As for the taller project, this is solid infill. Yes, I want to see highrises and in-your-face crane construction, but this is what Indy needs to really shore-up the street presence of our DT. Hopefully more retail starts going in outside of Circle Centre and not restaurants.
  • The 5 story infill looks nice. The faux 2 story (really, 1 story with a roof deck) doesn't sound so nice.
  • Indiana Jones, I am pretty sure the project is two stories, with a an outdoor deck either on top of the second floor or as part of the second floor. The entire second floor won't be an outdoor deck.
  • Either way it sounds like a VERY bad idea for Downtown.
  • You are correct, cityfan. Thanks.
  • i like the 5 story project. 2 stories in downtown is pretty lame, but it is better than
    a parking lot.
  • They're idiots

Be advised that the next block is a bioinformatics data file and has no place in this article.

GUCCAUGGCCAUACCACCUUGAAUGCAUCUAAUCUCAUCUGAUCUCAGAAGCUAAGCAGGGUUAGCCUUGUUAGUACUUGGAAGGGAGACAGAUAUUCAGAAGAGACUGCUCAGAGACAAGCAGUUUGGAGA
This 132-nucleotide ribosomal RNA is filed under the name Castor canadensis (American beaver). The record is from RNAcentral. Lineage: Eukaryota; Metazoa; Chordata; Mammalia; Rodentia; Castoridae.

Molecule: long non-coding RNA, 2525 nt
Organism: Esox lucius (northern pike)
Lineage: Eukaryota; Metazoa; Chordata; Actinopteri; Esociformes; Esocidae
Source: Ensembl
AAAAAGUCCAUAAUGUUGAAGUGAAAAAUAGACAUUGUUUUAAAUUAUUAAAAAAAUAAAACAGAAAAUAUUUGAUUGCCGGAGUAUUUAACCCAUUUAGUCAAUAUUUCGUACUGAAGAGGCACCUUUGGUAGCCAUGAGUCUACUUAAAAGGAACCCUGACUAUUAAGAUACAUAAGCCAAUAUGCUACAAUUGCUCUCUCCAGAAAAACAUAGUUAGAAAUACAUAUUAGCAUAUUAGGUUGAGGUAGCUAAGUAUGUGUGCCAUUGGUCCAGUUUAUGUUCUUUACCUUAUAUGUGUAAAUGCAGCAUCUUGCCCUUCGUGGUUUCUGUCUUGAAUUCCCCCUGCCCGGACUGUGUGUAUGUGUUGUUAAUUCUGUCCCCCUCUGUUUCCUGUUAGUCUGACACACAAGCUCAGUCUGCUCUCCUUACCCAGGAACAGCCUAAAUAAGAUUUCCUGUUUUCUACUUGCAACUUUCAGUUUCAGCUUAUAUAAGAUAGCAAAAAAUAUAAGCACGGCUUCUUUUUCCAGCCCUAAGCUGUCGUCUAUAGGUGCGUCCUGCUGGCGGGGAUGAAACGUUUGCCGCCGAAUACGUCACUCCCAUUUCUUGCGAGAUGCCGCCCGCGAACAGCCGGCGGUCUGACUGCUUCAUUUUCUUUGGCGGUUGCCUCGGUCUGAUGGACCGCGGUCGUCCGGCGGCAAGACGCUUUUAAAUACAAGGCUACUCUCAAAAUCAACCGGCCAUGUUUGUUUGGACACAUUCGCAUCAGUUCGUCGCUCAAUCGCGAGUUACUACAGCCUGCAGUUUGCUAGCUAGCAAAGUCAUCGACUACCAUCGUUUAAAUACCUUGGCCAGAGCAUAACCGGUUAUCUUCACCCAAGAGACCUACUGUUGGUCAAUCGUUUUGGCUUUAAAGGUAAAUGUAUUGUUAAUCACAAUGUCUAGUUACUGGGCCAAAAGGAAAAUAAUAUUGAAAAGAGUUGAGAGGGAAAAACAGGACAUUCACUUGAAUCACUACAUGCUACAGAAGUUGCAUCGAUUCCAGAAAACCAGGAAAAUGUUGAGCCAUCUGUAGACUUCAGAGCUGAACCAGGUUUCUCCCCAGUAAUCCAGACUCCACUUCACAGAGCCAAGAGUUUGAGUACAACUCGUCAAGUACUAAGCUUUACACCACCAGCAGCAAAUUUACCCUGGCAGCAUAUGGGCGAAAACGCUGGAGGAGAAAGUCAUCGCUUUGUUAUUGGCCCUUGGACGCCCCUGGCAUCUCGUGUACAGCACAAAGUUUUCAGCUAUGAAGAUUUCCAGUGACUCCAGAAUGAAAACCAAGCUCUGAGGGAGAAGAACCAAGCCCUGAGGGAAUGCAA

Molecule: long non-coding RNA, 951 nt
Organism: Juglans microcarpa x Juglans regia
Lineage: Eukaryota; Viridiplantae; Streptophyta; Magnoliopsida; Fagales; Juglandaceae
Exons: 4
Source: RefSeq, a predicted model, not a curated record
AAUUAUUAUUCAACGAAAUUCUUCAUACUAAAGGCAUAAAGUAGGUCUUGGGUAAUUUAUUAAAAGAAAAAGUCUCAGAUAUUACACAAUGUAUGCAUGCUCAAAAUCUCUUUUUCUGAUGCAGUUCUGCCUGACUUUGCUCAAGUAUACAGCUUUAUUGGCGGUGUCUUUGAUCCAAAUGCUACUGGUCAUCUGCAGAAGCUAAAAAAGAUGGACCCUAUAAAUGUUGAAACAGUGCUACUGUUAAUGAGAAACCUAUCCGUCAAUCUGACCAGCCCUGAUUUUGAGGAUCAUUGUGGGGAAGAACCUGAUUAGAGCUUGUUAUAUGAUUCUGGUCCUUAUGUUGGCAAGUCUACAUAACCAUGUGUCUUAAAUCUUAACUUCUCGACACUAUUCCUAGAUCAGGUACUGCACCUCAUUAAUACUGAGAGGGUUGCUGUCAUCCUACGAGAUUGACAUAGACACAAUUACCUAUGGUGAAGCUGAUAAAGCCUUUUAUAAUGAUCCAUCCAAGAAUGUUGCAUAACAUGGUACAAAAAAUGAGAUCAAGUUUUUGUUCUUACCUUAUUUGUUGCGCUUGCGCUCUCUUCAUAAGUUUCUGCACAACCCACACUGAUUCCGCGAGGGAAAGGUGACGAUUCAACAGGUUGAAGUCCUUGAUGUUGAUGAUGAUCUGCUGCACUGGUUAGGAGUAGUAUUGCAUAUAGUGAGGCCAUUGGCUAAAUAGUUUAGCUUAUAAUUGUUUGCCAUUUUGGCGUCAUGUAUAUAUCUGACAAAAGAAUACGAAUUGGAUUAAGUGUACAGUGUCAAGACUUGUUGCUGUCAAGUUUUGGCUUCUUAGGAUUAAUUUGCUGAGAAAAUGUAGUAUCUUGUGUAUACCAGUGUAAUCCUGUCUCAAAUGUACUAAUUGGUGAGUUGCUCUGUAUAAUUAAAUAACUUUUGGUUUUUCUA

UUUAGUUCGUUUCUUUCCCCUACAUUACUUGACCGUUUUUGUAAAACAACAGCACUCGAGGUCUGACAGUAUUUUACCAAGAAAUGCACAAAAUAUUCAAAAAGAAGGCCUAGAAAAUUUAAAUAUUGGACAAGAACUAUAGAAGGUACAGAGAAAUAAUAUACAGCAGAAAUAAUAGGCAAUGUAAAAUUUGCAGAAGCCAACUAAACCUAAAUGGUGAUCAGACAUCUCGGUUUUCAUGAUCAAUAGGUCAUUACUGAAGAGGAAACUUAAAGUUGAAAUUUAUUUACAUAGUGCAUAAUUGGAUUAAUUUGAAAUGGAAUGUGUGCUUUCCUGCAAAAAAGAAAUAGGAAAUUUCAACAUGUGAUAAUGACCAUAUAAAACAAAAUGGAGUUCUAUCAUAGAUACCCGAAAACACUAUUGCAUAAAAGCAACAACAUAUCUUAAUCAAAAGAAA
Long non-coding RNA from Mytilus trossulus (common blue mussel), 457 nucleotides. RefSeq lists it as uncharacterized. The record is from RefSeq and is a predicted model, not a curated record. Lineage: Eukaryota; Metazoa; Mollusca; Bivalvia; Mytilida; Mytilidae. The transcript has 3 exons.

• #11: If ?Rick Coombes is involved, yes, they are all idiots. Although he's called a restaruanteur in this post, he hasn't had an original idea EVER.
  • If Sideline Properties (aka Jim Siegel) is involved, BEWARE!!!
    Run away as fast as possible - nothing good will come from the project....
  • All cities have random out-of-place two-story buildings amongst the tall ones. It's not the end of the world, and it's better than a parking lot. OF COURSE, I'd like to see something way cooler, but EVERY in-fill building that goes downtown can't be spectacular.

    I think the problem is that we haven't seen even ONE 'spectacular' in-fill building yet. Does anyone know of any examples of cool in-fill buildings elsewhere? Maybe we could shoot some ideas to potential in-fillers.
  • The Maxwell will be pretty sweet infill! Won't it?
  • I can honestly say to me this project is a complete waste of space.
    It is one of those structures that will be an eyesore in a decade, and instead of trying to fit in with the two timeless buildings it sits between, it has to stick out like a sore thumb and make its apperance as a ground up bottle and spikes.
    Highrises are one thing, but 5 story infill? Can we atleast get some craftsmanship or beauty in this thing?